Medusa system

The Medusa preconcentrator was jointly developed between Scripps Institution of Oceanography, California and the ACRG here at Bristol, for the GC-MS determination of a wide range of radiatively important gases (eg., PFCs, SF6, HFCs, HCFCs, CFCs, Halons, halocarbons).

This instrument has a unique pre-concentration system coupled with a GCMS (Gas chromatography mass spectrometry) which enables the measurement of a wide range of very highly volatile traces gases at low parts per trillion (ppt) levels. Central to the Medusa-GCMS design is the ‘Cryotiger’ which cools adsorbent traps to -165oC. The use of two traps allows more abundant gases (N2, O2, H2O, CO2 and CH4) to be removed prior to further analysis avoiding interference with the lower concentration trace gas species. Trace species are isolated by desorption from the first trap onto a smaller second refocusing trap. The two litre air sample is then injected onto the GC column by flash heating of the second trap to release analytes. The mass spectral detector enables accurate identification of the complex mixtures within the air samples once samples have been separated during chromatography. A sample analysis time of one hour means enables a high measurements frequency of 12 air measurements per day, which are all bracketed by standards

A more in-depth description of the operation of the Medusa follows below. Further details can be found in Miller et al., (2008).

Sample analysis in the Medusa takes place in a number of steps

  • The first valve is a multi-position Valco valve; when selected to take an air sample, the sample flows through two Nafion driers and onto the first trap (T1), held at -65oC. Analytes are trapped on the Hayesep D adsorbent trap, the rest of the air sample flows through a filter and high precision mass flow controller (MFC) at a rate of 100 scc/min.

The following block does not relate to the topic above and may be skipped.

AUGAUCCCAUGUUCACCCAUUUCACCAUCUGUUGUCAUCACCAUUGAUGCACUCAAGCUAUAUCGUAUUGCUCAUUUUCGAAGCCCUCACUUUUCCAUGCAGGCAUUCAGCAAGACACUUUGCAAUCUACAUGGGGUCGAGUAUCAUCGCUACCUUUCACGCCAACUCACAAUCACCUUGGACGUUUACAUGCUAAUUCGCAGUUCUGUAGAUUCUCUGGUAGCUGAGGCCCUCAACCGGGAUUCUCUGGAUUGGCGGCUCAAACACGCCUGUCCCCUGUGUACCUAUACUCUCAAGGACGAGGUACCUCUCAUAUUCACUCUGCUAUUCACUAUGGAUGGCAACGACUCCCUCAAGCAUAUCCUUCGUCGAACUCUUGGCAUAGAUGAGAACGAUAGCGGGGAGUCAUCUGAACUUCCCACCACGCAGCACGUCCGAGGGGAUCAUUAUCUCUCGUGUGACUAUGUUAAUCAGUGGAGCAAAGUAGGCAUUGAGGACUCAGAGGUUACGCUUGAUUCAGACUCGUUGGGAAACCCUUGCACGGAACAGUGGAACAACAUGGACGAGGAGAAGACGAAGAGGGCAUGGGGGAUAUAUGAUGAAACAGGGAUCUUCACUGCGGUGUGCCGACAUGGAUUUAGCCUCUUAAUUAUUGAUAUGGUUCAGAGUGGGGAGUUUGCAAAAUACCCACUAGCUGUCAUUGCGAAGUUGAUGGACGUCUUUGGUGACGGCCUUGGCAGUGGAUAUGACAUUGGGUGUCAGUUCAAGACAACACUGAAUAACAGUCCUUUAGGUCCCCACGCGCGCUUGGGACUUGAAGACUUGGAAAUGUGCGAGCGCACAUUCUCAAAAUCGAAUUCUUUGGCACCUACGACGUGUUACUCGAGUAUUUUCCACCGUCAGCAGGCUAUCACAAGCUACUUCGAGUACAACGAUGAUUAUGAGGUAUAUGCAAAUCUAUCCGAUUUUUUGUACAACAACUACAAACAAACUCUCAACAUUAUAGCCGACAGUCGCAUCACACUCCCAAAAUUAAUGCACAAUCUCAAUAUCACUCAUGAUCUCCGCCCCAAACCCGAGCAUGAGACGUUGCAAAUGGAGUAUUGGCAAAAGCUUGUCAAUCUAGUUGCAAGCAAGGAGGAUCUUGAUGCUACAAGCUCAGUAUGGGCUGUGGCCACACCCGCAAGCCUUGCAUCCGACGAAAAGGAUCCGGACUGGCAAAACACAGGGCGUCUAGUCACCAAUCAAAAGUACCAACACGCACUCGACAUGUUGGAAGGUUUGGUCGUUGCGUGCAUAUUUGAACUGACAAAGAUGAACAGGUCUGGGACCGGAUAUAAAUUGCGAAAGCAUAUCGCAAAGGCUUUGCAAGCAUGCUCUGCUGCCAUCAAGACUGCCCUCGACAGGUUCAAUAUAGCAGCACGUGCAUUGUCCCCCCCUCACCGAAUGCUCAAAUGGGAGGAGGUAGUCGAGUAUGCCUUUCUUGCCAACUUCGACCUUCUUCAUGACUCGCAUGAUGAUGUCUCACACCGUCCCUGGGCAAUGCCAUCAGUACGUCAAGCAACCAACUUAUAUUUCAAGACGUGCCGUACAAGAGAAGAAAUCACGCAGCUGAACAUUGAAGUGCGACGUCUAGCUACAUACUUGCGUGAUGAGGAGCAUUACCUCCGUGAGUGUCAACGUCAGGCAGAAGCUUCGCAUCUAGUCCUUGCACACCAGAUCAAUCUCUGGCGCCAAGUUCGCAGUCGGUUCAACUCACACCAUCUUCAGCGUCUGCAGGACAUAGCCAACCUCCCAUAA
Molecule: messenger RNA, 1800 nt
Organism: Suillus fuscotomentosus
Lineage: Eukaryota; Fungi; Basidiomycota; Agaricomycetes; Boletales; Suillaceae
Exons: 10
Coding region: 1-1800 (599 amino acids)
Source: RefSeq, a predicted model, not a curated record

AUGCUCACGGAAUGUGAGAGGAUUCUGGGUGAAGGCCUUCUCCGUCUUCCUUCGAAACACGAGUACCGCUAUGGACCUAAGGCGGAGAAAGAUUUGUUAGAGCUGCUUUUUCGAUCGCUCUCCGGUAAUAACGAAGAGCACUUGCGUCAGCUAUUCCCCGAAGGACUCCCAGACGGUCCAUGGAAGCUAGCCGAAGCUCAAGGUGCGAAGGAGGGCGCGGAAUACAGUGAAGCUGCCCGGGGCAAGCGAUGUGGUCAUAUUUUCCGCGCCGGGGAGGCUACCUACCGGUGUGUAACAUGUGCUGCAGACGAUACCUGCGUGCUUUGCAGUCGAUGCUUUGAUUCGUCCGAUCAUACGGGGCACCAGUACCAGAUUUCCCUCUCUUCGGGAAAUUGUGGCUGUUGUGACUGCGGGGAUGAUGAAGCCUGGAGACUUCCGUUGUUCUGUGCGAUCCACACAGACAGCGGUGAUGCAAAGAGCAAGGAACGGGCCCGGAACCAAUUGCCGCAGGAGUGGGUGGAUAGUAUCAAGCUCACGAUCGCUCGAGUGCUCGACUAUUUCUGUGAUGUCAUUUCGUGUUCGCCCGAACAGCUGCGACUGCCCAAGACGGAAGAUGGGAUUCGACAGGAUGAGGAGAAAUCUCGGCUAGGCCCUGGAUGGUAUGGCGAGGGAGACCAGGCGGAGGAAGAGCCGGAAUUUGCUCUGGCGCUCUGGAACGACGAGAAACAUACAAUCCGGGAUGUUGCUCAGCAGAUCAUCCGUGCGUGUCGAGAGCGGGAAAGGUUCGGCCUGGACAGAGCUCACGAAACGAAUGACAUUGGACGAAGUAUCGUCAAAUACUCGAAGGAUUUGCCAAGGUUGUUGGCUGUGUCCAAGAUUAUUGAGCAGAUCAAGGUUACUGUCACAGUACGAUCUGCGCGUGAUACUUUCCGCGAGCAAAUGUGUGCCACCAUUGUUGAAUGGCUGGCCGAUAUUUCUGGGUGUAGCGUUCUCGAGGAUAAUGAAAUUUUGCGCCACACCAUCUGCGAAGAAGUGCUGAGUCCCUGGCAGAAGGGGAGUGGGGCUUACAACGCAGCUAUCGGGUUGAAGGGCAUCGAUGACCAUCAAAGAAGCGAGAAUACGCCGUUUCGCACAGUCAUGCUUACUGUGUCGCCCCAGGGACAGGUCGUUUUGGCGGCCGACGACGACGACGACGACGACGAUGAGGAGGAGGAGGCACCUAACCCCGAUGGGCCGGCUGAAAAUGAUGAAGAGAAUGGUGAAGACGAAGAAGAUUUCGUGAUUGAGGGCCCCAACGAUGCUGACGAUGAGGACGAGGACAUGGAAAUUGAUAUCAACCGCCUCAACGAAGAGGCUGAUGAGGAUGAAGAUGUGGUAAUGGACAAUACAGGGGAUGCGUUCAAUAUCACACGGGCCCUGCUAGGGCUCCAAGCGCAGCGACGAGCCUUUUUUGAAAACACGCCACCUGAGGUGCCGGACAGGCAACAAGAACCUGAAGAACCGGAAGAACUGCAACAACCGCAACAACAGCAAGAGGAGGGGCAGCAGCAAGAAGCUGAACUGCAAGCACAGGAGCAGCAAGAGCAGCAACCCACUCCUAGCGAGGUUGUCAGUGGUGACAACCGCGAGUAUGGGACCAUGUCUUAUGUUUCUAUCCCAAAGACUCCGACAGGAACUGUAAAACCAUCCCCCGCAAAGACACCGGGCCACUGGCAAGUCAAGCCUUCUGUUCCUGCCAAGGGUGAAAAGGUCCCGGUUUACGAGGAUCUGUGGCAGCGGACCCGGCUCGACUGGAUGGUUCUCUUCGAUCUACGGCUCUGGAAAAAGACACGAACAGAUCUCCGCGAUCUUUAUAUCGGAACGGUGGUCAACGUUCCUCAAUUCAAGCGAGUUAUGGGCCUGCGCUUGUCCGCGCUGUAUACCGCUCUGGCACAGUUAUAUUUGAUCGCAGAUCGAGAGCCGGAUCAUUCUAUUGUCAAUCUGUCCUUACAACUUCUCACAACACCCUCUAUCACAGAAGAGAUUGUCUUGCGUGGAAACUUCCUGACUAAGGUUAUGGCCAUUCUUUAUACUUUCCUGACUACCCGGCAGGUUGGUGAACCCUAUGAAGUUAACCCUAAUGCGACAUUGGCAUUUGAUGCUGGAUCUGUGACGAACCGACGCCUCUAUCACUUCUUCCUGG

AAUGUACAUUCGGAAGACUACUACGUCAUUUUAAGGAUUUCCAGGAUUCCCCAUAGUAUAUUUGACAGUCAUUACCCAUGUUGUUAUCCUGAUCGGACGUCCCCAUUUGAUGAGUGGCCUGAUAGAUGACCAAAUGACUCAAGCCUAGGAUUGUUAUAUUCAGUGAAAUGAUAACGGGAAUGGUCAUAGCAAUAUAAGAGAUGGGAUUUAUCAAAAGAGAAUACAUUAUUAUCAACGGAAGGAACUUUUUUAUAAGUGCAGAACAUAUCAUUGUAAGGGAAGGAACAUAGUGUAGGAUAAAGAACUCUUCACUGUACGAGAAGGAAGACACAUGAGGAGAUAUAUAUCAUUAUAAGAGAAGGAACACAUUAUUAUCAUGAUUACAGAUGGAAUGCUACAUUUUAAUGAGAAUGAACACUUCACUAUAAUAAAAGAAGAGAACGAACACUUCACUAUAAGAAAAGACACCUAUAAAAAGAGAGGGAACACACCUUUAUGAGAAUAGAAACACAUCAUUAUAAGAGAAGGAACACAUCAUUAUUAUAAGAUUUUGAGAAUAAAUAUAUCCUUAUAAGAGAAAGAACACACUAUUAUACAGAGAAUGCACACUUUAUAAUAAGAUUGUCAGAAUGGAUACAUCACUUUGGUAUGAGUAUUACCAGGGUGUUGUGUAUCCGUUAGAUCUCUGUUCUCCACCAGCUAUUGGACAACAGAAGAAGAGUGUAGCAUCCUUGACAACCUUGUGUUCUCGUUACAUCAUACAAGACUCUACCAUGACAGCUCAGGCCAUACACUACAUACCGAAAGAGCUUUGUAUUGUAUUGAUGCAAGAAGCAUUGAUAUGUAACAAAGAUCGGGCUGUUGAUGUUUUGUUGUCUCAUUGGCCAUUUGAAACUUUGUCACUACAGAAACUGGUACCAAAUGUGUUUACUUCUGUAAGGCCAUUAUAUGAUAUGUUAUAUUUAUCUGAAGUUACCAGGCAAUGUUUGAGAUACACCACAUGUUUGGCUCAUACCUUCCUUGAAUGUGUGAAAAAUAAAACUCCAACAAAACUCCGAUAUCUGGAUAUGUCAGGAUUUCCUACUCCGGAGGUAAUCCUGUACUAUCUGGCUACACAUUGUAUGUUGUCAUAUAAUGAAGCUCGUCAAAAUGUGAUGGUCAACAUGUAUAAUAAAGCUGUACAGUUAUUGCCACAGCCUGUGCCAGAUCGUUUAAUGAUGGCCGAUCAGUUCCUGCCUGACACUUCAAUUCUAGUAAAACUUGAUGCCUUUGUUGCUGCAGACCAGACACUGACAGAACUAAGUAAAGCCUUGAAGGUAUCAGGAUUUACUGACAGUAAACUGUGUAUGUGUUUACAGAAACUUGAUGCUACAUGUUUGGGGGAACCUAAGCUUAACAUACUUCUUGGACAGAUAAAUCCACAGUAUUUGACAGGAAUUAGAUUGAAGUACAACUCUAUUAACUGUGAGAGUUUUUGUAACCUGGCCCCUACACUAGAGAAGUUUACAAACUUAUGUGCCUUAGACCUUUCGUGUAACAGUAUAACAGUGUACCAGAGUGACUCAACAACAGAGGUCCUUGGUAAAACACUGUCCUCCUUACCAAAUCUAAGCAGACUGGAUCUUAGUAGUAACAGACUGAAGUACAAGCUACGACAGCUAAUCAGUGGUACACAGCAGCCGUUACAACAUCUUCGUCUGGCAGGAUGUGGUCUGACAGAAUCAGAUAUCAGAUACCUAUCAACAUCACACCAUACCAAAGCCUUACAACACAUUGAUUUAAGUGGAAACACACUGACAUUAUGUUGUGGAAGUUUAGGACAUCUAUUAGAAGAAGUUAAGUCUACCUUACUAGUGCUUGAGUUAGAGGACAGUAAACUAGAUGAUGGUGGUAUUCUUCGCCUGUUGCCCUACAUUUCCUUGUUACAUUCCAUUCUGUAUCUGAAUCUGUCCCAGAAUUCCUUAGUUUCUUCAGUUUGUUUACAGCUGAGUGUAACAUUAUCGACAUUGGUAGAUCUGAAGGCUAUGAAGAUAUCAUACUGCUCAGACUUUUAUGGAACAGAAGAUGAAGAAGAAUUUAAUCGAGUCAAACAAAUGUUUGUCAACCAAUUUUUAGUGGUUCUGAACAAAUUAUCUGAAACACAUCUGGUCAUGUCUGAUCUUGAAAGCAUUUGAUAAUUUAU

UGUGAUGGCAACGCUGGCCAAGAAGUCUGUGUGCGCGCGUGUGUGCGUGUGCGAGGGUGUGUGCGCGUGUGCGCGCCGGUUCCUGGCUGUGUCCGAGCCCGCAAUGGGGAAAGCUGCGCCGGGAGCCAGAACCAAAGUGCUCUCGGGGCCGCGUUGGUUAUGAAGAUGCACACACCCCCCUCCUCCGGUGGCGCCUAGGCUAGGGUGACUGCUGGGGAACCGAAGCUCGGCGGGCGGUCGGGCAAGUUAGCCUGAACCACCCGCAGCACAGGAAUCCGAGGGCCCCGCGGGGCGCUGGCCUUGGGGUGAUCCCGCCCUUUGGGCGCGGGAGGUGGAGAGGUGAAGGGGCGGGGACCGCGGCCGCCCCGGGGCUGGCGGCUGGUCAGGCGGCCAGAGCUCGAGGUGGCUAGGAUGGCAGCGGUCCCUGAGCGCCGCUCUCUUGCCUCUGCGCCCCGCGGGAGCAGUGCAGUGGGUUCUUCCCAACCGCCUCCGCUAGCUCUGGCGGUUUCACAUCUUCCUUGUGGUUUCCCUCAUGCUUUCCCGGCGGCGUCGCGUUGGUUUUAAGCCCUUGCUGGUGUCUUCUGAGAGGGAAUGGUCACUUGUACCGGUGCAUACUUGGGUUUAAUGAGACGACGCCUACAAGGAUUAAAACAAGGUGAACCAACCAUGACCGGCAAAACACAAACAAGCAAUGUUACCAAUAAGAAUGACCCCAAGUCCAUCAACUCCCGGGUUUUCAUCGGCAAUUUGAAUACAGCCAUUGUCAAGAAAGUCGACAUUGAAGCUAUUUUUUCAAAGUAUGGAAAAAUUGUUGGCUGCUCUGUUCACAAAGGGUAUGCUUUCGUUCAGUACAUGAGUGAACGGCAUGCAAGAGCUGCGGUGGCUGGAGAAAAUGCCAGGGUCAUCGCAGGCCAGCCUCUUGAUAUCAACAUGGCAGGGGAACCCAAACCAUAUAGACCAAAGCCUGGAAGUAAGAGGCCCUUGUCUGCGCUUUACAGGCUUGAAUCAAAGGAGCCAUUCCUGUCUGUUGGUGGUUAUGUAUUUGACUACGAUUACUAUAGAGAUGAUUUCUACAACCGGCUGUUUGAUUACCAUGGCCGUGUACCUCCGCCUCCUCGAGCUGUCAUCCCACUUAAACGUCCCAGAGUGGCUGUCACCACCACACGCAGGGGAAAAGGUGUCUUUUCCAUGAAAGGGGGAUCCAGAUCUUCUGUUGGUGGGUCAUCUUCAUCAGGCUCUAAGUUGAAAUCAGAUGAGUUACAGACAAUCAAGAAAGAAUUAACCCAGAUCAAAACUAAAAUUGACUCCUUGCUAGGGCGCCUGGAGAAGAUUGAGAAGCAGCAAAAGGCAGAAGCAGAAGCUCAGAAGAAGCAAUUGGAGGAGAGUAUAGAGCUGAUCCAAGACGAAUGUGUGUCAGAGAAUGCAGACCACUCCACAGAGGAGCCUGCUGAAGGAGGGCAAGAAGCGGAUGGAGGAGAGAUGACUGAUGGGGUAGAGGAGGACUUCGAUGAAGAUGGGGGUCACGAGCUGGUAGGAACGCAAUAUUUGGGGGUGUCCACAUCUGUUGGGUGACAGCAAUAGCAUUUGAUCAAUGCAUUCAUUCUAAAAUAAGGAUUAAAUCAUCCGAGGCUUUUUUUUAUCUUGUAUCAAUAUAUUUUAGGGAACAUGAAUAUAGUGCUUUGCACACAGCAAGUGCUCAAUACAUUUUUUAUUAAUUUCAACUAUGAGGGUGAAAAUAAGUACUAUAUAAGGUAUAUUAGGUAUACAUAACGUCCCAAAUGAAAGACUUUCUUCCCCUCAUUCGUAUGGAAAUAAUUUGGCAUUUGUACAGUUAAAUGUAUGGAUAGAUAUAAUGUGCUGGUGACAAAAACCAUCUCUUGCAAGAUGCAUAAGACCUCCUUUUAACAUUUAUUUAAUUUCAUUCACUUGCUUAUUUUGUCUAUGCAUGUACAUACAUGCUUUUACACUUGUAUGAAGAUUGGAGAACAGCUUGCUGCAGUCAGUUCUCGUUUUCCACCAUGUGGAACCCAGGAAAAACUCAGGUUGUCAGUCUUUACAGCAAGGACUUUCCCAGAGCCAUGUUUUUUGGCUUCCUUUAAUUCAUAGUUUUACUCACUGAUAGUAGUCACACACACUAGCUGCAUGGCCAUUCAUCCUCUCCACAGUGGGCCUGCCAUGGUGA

• T1 is post-flushed (with helium from EPC4) to remove N2, O2, Ar, CH4
  • T1 is heated to 80oC, CF4 is transferred to T2.
  • T2 is post-flushed  at -125oC to further reduce N2, O2, Ar
  • T2 heated to 100oC; CF4 is back-flushed to the GCMS, through the MS-4A and HiSiv-3000 packed pre-column. This is a micropacked column which separates CF4 from residual O2, N2, N2O, CO2, Ar and Kr.
  • While CF4 is analysed, T1 post-flushed at -70oC to remove CO2, Xe.
  • T1 is heated to 100oC and back-flushed to transfer analytes to T2, held at -165oC.
  • T2 is post-flushed at -65oC to further reduce CO2, Xe.
  • T2 is heated to 100oC and back-flushed to transfer analytes to the GCMS (bypassing the pre-column).
  • Porabond Q chromatography column programmed from 40oC to 200oC at 23oC/min to separate the flurocarbons, SF6, halocarbons and NMHCs.
  • Custom software (GC Werks) under the Linux operating system runs the Medusa and the GCMS in Selective Ion Mode (SIM).
Valve diagram of the Medusa-GCMS setup
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